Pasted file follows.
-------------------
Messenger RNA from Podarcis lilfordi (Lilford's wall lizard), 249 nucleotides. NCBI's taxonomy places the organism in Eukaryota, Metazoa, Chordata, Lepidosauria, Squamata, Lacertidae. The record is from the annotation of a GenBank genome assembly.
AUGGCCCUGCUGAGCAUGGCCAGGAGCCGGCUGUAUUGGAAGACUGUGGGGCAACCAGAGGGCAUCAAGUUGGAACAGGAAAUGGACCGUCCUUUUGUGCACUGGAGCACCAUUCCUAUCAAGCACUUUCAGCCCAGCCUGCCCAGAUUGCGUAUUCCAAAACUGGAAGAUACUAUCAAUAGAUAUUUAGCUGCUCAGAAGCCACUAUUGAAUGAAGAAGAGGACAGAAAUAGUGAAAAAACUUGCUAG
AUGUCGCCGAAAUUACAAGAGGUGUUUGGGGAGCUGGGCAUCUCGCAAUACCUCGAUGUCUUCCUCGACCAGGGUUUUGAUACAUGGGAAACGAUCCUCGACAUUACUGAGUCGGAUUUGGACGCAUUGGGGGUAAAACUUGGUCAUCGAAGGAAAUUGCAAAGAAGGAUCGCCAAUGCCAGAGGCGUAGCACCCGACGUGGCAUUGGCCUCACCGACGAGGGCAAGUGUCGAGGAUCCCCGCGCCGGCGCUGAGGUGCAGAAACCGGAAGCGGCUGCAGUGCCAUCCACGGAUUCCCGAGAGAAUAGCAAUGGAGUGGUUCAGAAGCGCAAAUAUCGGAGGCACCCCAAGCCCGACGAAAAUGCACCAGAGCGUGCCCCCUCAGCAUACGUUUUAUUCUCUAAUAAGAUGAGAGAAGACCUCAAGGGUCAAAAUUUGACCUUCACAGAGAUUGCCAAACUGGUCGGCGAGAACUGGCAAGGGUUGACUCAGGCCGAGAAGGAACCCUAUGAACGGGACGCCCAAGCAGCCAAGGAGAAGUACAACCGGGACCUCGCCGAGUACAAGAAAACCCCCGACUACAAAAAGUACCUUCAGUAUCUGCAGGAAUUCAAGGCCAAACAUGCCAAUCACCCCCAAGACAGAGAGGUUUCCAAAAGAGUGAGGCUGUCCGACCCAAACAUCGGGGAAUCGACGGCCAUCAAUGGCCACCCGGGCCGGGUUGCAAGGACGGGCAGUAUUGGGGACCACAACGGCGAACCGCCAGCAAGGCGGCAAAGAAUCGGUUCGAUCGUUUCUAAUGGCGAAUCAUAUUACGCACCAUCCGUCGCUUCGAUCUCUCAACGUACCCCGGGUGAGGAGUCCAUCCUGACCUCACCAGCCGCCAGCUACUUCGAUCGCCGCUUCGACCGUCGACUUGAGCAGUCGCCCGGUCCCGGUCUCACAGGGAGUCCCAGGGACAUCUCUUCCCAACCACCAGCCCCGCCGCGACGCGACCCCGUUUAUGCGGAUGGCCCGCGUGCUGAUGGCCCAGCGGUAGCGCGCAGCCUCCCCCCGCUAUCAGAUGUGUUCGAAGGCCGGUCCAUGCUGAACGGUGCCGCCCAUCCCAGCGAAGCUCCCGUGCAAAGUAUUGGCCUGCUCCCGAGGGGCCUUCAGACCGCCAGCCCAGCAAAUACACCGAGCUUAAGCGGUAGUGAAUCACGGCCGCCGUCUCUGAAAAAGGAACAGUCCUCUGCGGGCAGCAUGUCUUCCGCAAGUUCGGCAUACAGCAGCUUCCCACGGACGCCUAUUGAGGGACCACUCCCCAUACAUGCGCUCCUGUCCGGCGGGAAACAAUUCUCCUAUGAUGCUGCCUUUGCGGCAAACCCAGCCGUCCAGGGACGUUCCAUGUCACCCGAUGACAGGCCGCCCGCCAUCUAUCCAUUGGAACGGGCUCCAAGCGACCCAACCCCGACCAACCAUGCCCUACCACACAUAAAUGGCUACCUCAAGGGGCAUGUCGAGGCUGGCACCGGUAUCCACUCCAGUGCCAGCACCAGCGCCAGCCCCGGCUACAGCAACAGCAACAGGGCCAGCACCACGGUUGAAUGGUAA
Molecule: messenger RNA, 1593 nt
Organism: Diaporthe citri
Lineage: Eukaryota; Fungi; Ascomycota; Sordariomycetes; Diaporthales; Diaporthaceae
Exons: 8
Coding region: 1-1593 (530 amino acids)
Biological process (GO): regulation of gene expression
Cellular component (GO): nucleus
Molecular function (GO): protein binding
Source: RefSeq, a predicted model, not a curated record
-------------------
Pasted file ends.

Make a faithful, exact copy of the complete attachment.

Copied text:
Messenger RNA from Podarcis lilfordi (Lilford's wall lizard), 249 nucleotides. NCBI's taxonomy places the organism in Eukaryota, Metazoa, Chordata, Lepidosauria, Squamata, Lacertidae. The record is from the annotation of a GenBank genome assembly.
AUGGCCCUGCUGAGCAUGGCCAGGAGCCGGCUGUAUUGGAAGACUGUGGGGCAACCAGAGGGCAUCAAGUUGGAACAGGAAAUGGACCGUCCUUUUGUGCACUGGAGCACCAUUCCUAUCAAGCACUUUCAGCCCAGCCUGCCCAGAUUGCGUAUUCCAAAACUGGAAGAUACUAUCAAUAGAUAUUUAGCUGCUCAGAAGCCACUAUUGAAUGAAGAAGAGGACAGAAAUAGUGAAAAAACUUGCUAG
AUGUCGCCGAAAUUACAAGAGGUGUUUGGGGAGCUGGGCAUCUCGCAAUACCUCGAUGUCUUCCUCGACCAGGGUUUUGAUACAUGGGAAACGAUCCUCGACAUUACUGAGUCGGAUUUGGACGCAUUGGGGGUAAAACUUGGUCAUCGAAGGAAAUUGCAAAGAAGGAUCGCCAAUGCCAGAGGCGUAGCACCCGACGUGGCAUUGGCCUCACCGACGAGGGCAAGUGUCGAGGAUCCCCGCGCCGGCGCUGAGGUGCAGAAACCGGAAGCGGCUGCAGUGCCAUCCACGGAUUCCCGAGAGAAUAGCAAUGGAGUGGUUCAGAAGCGCAAAUAUCGGAGGCACCCCAAGCCCGACGAAAAUGCACCAGAGCGUGCCCCCUCAGCAUACGUUUUAUUCUCUAAUAAGAUGAGAGAAGACCUCAAGGGUCAAAAUUUGACCUUCACAGAGAUUGCCAAACUGGUCGGCGAGAACUGGCAAGGGUUGACUCAGGCCGAGAAGGAACCCUAUGAACGGGACGCCCAAGCAGCCAAGGAGAAGUACAACCGGGACCUCGCCGAGUACAAGAAAACCCCCGACUACAAAAAGUACCUUCAGUAUCUGCAGGAAUUCAAGGCCAAACAUGCCAAUCACCCCCAAGACAGAGAGGUUUCCAAAAGAGUGAGGCUGUCCGACCCAAACAUCGGGGAAUCGACGGCCAUCAAUGGCCACCCGGGCCGGGUUGCAAGGACGGGCAGUAUUGGGGACCACAACGGCGAACCGCCAGCAAGGCGGCAAAGAAUCGGUUCGAUCGUUUCUAAUGGCGAAUCAUAUUACGCACCAUCCGUCGCUUCGAUCUCUCAACGUACCCCGGGUGAGGAGUCCAUCCUGACCUCACCAGCCGCCAGCUACUUCGAUCGCCGCUUCGACCGUCGACUUGAGCAGUCGCCCGGUCCCGGUCUCACAGGGAGUCCCAGGGACAUCUCUUCCCAACCACCAGCCCCGCCGCGACGCGACCCCGUUUAUGCGGAUGGCCCGCGUGCUGAUGGCCCAGCGGUAGCGCGCAGCCUCCCCCCGCUAUCAGAUGUGUUCGAAGGCCGGUCCAUGCUGAACGGUGCCGCCCAUCCCAGCGAAGCUCCCGUGCAAAGUAUUGGCCUGCUCCCGAGGGGCCUUCAGACCGCCAGCCCAGCAAAUACACCGAGCUUAAGCGGUAGUGAAUCACGGCCGCCGUCUCUGAAAAAGGAACAGUCCUCUGCGGGCAGCAUGUCUUCCGCAAGUUCGGCAUACAGCAGCUUCCCACGGACGCCUAUUGAGGGACCACUCCCCAUACAUGCGCUCCUGUCCGGCGGGAAACAAUUCUCCUAUGAUGCUGCCUUUGCGGCAAACCCAGCCGUCCAGGGACGUUCCAUGUCACCCGAUGACAGGCCGCCCGCCAUCUAUCCAUUGGAACGGGCUCCAAGCGACCCAACCCCGACCAACCAUGCCCUACCACACAUAAAUGGCUACCUCAAGGGGCAUGUCGAGGCUGGCACCGGUAUCCACUCCAGUGCCAGCACCAGCGCCAGCCCCGGCUACAGCAACAGCAACAGGGCCAGCACCACGGUUGAAUGGUAA
Molecule: messenger RNA, 1593 nt
Organism: Diaporthe citri
Lineage: Eukaryota; Fungi; Ascomycota; Sordariomycetes; Diaporthales; Diaporthaceae
Exons: 8
Coding region: 1-1593 (530 amino acids)
Biological process (GO): regulation of gene expression
Cellular component (GO): nucleus
Molecular function (GO): protein binding
Source: RefSeq, a predicted model, not a curated record